Welcome back to Sunday reading.
This week I wanted to highlight a few important comments from Yonah Freemark (The Transit Politic). Yonah’s been having a look at the high cost to build infrastructure in the US, and the consequences that has for the quality of more or less everything in American cities.
— Yonah Freemark (@yfreemark) July 3, 2017
He took a more in-depth look at high-speed rail in an article entitled: “A generational failure: As the US fantasizes, the rest of the world builds a new transport system“:
Tomorrow, two high-speed rail lines open in France, providing new corridors for trains to slice through the countryside at 200 mph (320 km/h). One is a 302-kilometer link that will connect Paris to Bordeaux in the southwest part of the country. The other is a 182-kilometer line connecting Paris to western France. They’ll provide riders the equivalent of linking Washington, D.C. to Charlotte in just over two hours (versus an eight-hour Amtrak trip today), or Dallas to San Marcos in less than an hour and a half (versus a seven-and-a-half-hour Amtrak trip).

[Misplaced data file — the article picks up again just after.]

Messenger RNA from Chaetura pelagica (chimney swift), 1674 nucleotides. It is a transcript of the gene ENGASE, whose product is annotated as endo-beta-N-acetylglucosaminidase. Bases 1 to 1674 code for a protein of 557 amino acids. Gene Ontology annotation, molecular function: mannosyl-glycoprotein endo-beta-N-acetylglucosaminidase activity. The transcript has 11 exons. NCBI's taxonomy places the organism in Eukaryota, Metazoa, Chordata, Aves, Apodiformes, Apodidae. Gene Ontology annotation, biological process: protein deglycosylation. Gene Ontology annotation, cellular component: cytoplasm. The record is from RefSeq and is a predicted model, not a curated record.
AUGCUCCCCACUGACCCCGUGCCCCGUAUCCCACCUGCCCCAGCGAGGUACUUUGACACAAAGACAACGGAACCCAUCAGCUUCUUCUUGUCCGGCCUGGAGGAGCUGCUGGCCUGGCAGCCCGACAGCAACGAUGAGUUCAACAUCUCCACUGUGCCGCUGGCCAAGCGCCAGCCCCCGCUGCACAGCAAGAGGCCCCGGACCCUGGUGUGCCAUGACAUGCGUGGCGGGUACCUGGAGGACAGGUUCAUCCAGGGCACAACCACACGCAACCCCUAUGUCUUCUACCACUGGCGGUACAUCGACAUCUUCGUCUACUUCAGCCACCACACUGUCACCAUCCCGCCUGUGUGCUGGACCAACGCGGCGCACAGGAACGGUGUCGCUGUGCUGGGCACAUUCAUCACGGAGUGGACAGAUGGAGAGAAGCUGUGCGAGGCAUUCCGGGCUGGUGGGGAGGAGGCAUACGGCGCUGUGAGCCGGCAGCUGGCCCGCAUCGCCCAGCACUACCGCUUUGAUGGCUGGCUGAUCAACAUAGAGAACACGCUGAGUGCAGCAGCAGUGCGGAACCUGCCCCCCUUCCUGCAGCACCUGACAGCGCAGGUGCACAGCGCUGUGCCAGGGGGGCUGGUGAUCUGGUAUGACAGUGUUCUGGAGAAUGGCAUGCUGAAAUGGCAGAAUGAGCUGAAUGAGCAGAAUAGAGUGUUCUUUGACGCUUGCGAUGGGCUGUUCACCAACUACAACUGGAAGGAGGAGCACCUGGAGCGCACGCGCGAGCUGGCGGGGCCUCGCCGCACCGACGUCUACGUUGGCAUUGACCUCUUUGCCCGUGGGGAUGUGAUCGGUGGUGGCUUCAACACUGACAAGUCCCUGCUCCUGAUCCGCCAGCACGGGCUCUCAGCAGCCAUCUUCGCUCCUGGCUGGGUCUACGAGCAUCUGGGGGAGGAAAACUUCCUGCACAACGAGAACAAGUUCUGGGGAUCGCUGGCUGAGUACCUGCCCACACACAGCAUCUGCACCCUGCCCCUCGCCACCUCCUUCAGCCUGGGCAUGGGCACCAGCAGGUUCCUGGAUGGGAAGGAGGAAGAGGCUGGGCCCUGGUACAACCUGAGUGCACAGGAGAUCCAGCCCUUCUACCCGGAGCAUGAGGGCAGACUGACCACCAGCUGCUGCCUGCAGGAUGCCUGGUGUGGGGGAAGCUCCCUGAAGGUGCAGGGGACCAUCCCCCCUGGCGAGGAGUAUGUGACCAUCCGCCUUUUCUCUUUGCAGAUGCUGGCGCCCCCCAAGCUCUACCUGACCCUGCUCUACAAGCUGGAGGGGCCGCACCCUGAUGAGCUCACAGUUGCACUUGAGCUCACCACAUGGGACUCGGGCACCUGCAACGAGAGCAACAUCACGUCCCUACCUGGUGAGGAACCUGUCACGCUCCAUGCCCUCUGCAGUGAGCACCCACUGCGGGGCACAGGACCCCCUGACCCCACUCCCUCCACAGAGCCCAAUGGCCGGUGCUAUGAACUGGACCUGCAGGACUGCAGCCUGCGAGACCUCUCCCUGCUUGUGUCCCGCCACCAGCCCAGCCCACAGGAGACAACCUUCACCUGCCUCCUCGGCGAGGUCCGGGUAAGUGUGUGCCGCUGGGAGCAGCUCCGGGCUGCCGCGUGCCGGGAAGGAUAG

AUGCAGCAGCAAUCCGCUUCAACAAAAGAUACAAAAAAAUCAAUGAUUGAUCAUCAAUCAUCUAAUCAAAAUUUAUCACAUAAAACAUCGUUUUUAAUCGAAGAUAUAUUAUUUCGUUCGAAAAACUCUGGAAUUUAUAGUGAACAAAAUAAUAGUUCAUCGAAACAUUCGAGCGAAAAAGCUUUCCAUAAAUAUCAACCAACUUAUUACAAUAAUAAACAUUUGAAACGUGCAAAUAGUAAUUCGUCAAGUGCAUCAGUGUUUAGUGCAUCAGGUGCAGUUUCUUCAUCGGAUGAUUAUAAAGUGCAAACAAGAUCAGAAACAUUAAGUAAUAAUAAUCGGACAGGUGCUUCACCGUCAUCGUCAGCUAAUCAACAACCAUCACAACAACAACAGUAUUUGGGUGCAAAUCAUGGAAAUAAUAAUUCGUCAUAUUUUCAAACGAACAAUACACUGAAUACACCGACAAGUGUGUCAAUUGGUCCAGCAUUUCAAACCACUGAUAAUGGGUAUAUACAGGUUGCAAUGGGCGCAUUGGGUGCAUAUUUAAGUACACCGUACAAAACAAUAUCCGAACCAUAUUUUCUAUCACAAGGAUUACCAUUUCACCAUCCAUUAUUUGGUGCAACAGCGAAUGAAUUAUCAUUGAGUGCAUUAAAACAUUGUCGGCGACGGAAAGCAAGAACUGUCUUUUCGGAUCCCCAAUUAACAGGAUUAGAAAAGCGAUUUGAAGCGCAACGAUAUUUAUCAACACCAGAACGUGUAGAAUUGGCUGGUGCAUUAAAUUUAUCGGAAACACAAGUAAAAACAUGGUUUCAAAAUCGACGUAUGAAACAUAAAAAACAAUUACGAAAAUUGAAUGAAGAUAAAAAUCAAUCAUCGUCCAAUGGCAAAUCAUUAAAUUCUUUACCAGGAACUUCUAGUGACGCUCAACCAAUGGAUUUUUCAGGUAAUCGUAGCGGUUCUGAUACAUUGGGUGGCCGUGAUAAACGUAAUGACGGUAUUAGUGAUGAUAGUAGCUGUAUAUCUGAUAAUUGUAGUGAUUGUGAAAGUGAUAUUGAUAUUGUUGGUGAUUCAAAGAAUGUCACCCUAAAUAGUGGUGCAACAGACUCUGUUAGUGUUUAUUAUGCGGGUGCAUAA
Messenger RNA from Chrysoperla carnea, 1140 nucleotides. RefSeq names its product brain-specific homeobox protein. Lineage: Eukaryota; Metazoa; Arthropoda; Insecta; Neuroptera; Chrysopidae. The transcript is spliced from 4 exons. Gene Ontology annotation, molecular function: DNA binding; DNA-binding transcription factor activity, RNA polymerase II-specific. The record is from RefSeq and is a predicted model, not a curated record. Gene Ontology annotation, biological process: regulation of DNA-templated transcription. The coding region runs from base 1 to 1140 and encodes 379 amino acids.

What’s remarkable about the completion of these projects is not so much their scale (though at €7.8 billion and €3.4 billion, respectively, they’re hardly a drop in the bucket), nor the improvements in connectivity they’ll provide (though they’ll slash travel times in western France for millions of riders every year). What’s remarkable about them is, frankly, just how unremarkable they are; for people in most of the world’s wealthy countries, high-speed rail services of this sort have become commonplace.